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Successful appeal brought by claimants following the striking out of their secondary victim claims

  • Legal Development 9 June 2020 9 June 2020
  • UK & Europe

  • Healthcare

In November 2019 Master Cook struck out nervous shock/ secondary victim claims brought by the children of Mr Paul who collapsed and died from an untreated heart condition whilst out on a shopping trip. On 5 June 2020 Mr Justice Chamberlain reversed the decision of Master Cook allowing the claimants' claims to proceed to trial. The full judgment can be found here.

Successful appeal brought by claimants following the striking out of their secondary victim claims


On 9 November 2012, Mr Paul was admitted to New Cross Hospital Wolverhampton. He complained of chest and jaw pain and was discharged on 12 November 2012 after various tests and investigations. On 26 January 2014  while out on a shopping trip with his two children he collapsed and died from a heart attack. 

The claimants argued the Trust's alleged negligence in November 2012 caused them to suffered post-traumatic stress disorder as a consequence of witnessing their father's death fourteen months later in January 2014.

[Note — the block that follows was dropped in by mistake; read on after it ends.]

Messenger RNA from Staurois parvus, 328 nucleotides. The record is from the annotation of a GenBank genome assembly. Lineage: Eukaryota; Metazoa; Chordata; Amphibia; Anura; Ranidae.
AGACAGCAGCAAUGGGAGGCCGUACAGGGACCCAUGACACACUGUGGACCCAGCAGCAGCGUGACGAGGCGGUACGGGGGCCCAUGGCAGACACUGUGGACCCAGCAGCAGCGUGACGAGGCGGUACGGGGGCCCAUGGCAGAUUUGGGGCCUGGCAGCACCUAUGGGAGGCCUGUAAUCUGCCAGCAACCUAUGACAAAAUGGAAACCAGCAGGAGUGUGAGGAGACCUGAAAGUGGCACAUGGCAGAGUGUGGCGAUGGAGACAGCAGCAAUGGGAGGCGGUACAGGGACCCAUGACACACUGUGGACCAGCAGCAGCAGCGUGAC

The defendant claimed that it did not owe the claimants a duty of care as there was insufficient proximity between the alleged negligence of the Trust in November 2012 and the eventual psychiatric damage suffered by the claimant's in January 2014. The defendant sought to argue that the heart attack fourteen months after the alleged negligence was not an "event" for the purposes of the control mechanisms adopted by the Courts in secondary victim cases.

We first wrote about this case in our article of 7 November 2019.


Although the defendant's arguments were accepted by Master Cook in the first instance, they were rejected by Chamberlin J on appeal. He found that secondary victim claims are not bound to fail where there is a significant gap in space in time between the defendant's alleged negligence and the eventual psychiatric injury suffered by the claimant.

The key issue in Chamberlain J's judgment, was identifying the first point when the defendant's negligence in failing to diagnose and treat Mr Paul's heart condition became manifest. This point was the time when he collapsed from his heart attack and not the breach of duty of the defendant fourteen months before. 


Paul should provide some helpful guidance to both claimants and defendants in secondary victim cases.

  • Firstly, Paul serves as reminder that strike out applications on substantive grounds have a very high threshold of success.
  • Secondly, Paul demonstrates that secondary victim cases may succeed where there is a significant gap in space and time between the alleged breach of duty of the defendant and the damage suffered by the claimant. This is particularly relevant in clinical negligence cases, where physiological change after the alleged negligence takes time to manifest itself.


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